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Virology. 2001 Mar 15;281(2):294-304.

An infectious clone of the West Nile flavivirus.

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Department of Internal Medicine, University of Virginia, Charlottesville, Virginia 22908, USA.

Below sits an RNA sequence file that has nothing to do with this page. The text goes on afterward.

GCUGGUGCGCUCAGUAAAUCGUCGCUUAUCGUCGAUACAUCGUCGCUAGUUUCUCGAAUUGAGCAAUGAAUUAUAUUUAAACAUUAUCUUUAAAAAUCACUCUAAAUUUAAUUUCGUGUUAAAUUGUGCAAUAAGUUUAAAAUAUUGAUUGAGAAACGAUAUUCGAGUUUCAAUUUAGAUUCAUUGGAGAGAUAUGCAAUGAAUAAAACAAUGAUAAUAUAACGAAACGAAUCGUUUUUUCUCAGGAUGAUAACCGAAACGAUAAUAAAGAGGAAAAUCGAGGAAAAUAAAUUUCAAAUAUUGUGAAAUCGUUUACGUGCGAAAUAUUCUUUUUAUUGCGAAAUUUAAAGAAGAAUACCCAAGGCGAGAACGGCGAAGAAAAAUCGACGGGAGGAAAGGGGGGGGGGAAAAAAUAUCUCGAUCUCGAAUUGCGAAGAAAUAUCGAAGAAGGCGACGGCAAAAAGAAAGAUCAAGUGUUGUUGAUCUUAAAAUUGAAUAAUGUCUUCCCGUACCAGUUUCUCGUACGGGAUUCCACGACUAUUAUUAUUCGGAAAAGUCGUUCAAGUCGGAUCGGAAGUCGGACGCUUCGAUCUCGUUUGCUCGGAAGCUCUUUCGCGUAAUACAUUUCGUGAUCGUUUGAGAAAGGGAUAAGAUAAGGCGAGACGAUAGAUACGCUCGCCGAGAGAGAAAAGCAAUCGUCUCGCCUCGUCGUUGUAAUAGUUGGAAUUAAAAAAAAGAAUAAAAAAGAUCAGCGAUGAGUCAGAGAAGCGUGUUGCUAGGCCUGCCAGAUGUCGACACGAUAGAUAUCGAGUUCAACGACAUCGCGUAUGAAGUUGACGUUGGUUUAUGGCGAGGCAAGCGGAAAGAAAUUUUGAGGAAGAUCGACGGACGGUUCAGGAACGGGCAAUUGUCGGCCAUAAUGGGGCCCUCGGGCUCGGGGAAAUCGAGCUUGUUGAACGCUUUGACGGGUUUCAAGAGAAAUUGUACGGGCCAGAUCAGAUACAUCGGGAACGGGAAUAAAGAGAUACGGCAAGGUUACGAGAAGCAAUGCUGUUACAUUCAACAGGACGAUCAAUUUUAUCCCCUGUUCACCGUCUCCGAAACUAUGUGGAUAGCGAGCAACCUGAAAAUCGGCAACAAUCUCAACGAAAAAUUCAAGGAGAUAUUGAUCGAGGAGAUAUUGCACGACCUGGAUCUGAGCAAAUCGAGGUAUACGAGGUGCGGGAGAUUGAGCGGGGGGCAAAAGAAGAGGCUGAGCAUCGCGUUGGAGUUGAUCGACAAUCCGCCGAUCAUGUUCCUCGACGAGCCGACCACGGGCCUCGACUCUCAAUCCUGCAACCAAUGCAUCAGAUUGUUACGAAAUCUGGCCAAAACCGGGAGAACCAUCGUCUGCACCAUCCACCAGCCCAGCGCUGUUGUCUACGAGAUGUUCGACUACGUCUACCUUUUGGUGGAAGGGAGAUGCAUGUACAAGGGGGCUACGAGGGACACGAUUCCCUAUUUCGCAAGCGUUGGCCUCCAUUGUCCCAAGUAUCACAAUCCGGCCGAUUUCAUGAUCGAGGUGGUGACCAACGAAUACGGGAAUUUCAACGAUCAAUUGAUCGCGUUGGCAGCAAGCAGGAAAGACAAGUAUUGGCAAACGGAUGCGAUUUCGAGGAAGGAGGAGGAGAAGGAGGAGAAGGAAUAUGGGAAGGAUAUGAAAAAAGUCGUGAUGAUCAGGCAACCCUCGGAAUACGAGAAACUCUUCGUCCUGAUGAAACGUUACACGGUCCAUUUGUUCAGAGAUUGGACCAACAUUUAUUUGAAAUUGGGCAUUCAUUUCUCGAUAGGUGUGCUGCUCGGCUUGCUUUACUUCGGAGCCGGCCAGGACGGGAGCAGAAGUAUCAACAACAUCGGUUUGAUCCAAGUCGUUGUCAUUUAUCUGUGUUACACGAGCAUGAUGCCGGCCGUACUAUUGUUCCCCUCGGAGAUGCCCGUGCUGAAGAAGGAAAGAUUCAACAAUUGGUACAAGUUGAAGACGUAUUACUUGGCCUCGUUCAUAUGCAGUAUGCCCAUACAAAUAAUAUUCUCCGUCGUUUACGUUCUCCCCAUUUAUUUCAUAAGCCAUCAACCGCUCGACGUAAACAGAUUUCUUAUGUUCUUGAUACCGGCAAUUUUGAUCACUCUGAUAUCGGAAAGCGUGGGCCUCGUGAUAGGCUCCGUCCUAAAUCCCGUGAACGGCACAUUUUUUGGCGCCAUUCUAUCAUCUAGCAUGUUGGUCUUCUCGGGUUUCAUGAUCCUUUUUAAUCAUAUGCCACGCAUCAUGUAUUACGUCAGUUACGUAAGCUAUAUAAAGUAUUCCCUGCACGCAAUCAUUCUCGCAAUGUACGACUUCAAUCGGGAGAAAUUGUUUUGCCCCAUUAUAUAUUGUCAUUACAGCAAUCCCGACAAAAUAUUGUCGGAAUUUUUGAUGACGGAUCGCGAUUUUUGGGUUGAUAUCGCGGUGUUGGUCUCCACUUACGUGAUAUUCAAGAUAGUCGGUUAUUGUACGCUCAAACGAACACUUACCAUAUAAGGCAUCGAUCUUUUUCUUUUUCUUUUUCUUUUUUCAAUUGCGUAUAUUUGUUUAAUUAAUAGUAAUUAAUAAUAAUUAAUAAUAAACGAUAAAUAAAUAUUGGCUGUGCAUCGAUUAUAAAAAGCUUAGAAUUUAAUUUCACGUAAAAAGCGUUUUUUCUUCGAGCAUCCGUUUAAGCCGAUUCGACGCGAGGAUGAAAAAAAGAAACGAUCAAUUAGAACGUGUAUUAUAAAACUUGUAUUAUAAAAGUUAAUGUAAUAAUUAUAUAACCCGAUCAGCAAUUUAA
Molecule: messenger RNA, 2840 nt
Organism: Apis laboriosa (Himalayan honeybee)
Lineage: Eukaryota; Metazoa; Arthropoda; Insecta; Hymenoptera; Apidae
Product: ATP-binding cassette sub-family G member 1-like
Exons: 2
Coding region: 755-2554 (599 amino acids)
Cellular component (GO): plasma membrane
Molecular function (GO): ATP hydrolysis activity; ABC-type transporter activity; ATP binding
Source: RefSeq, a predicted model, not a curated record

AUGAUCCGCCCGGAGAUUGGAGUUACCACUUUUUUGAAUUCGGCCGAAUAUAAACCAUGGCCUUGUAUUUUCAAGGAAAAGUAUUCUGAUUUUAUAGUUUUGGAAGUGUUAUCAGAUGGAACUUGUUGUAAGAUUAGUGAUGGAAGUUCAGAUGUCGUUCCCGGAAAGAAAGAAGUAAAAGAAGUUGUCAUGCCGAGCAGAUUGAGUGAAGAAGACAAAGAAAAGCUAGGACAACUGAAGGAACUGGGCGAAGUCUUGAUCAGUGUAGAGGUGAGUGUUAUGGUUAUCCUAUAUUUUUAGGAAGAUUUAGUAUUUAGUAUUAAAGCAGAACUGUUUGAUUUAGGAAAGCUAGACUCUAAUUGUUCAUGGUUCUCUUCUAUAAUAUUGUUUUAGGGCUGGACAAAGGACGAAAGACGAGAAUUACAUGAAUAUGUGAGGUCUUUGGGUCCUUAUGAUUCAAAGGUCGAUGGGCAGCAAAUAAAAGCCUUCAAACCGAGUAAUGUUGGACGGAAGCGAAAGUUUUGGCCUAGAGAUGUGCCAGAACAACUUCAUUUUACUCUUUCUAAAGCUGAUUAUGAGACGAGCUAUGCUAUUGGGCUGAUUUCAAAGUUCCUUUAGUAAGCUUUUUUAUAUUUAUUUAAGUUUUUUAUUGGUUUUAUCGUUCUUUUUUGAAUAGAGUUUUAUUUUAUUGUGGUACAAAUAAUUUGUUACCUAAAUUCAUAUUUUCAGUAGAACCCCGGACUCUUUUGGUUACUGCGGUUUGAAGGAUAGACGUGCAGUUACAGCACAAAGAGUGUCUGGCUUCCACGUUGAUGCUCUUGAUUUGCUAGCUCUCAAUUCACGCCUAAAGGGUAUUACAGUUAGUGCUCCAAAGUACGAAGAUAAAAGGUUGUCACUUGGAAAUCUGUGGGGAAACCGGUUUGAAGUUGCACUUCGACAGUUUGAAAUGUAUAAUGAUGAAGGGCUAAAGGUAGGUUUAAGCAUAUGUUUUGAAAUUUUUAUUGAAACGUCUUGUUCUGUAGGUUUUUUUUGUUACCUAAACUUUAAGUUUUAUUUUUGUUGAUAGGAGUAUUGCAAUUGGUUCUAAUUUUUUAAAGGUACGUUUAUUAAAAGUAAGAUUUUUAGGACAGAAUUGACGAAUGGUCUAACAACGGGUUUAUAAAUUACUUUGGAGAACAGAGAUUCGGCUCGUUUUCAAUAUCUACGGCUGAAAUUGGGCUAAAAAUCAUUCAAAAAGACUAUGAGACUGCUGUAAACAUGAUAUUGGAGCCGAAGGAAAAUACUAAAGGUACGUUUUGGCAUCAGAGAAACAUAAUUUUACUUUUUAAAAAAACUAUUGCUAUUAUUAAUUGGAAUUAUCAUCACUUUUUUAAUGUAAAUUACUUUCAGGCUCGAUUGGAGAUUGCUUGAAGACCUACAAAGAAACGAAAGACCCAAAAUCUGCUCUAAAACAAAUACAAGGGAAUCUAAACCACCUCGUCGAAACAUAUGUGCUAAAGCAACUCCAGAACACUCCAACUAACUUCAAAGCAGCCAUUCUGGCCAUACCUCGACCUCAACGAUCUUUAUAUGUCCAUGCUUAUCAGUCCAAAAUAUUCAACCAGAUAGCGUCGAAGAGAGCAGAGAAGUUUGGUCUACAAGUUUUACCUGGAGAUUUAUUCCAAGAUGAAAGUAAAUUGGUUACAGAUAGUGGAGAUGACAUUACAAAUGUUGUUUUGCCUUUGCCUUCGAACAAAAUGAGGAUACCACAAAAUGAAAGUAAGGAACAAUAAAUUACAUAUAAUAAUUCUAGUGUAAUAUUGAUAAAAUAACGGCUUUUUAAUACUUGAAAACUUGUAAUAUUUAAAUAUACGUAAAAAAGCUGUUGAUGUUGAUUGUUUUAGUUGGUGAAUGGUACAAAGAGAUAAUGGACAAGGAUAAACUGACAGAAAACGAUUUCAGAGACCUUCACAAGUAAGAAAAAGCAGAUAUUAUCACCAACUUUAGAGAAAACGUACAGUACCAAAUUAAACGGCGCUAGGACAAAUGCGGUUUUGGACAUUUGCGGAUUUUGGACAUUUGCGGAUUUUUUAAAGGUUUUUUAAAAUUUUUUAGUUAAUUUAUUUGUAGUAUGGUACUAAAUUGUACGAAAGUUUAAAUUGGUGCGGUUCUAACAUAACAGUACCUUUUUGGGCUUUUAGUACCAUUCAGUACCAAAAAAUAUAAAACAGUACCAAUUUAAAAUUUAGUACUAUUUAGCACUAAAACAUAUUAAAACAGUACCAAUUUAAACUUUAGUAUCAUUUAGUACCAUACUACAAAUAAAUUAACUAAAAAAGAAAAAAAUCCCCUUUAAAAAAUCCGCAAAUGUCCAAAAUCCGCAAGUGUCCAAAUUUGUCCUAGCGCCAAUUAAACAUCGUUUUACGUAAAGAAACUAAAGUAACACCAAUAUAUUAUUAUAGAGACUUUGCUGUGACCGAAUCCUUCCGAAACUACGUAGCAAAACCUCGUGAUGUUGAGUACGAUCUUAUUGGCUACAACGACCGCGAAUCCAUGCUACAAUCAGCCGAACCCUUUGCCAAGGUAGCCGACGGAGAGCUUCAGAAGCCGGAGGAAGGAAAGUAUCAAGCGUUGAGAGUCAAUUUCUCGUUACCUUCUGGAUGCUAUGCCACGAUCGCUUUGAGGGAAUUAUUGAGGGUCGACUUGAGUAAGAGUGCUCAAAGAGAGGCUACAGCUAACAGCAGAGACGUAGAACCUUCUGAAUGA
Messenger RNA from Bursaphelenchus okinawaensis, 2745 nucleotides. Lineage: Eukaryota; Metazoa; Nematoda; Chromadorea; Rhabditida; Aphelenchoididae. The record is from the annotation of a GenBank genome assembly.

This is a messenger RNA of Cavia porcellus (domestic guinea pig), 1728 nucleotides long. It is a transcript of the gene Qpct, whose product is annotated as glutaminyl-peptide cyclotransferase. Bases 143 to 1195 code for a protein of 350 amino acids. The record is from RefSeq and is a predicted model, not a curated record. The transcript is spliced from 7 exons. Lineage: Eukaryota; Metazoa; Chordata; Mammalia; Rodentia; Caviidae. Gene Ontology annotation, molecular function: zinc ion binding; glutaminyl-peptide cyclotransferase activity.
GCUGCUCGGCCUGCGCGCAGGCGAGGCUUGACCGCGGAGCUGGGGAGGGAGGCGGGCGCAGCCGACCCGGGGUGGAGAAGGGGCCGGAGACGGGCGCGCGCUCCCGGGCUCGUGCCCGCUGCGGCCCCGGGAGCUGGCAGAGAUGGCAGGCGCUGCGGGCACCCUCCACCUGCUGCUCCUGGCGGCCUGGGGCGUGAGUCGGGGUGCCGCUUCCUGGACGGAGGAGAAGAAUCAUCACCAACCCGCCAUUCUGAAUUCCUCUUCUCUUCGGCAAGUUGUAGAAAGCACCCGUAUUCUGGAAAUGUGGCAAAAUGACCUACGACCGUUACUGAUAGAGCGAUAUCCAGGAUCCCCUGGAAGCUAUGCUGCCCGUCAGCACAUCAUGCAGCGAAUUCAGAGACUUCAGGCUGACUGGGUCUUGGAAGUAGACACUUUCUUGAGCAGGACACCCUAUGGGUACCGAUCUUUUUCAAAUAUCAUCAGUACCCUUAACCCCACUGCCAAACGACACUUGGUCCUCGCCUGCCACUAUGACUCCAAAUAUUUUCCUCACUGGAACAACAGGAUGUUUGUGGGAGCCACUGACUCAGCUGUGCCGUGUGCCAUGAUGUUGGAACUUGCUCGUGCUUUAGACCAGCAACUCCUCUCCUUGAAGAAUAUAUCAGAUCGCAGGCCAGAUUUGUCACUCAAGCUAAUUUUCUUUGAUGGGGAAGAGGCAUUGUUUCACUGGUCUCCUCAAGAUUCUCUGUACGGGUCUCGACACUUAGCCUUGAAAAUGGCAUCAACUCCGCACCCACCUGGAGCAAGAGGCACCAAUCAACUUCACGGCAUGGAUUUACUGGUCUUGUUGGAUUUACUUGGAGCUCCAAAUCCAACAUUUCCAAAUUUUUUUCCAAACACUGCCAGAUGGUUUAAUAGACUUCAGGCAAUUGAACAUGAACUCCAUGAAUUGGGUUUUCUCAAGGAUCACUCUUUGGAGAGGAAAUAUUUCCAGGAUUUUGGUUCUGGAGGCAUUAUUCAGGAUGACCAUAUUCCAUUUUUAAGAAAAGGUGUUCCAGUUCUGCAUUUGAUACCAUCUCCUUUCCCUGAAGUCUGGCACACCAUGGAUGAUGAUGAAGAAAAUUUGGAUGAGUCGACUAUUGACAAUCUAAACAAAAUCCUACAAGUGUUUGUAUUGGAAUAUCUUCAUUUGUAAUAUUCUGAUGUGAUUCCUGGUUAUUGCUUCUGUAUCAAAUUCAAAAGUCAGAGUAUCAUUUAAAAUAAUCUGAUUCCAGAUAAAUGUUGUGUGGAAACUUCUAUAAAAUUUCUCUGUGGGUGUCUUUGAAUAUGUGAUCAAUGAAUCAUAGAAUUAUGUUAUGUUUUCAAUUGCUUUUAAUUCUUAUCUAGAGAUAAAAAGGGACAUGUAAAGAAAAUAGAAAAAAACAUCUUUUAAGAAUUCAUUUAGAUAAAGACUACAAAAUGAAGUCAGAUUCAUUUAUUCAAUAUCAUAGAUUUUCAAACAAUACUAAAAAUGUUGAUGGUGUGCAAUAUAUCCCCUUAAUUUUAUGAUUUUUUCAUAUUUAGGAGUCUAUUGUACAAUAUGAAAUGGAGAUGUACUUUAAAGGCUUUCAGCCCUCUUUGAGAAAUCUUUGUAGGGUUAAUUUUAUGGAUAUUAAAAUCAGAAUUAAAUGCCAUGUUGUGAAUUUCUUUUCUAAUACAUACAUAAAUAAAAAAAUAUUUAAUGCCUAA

West Nile (WN) virus is the most widespread among flaviviruses, but until recently it was not known on the American continent. We describe here design of a subgenomic replicon, as well as a full-length infectious clone of the lineage II WN strain, which appeared surprisingly stable compared to other flavivirus infectious clones. This infectious clone was used to investigate effects of 5'- and 3'-nonrelated sequences on virus replication and infectivity of synthetic RNA. While a long nonrelated sequence at the 3'-end delayed but did not prevent establishment of the productive infectious cycle, a much shorter extra sequence at the 5'-end completely abrogated virus replication. Replacement of the conserved 5'-adenosine residue substantially delayed, but did not prevent, establishment of virus infection. In all cases, the recovered virus had restored its authentic 5'- and 3'-end genome sequences. However, the presence of extensive nonrelated sequences at both 5'- and 3'-ends could not be repaired.

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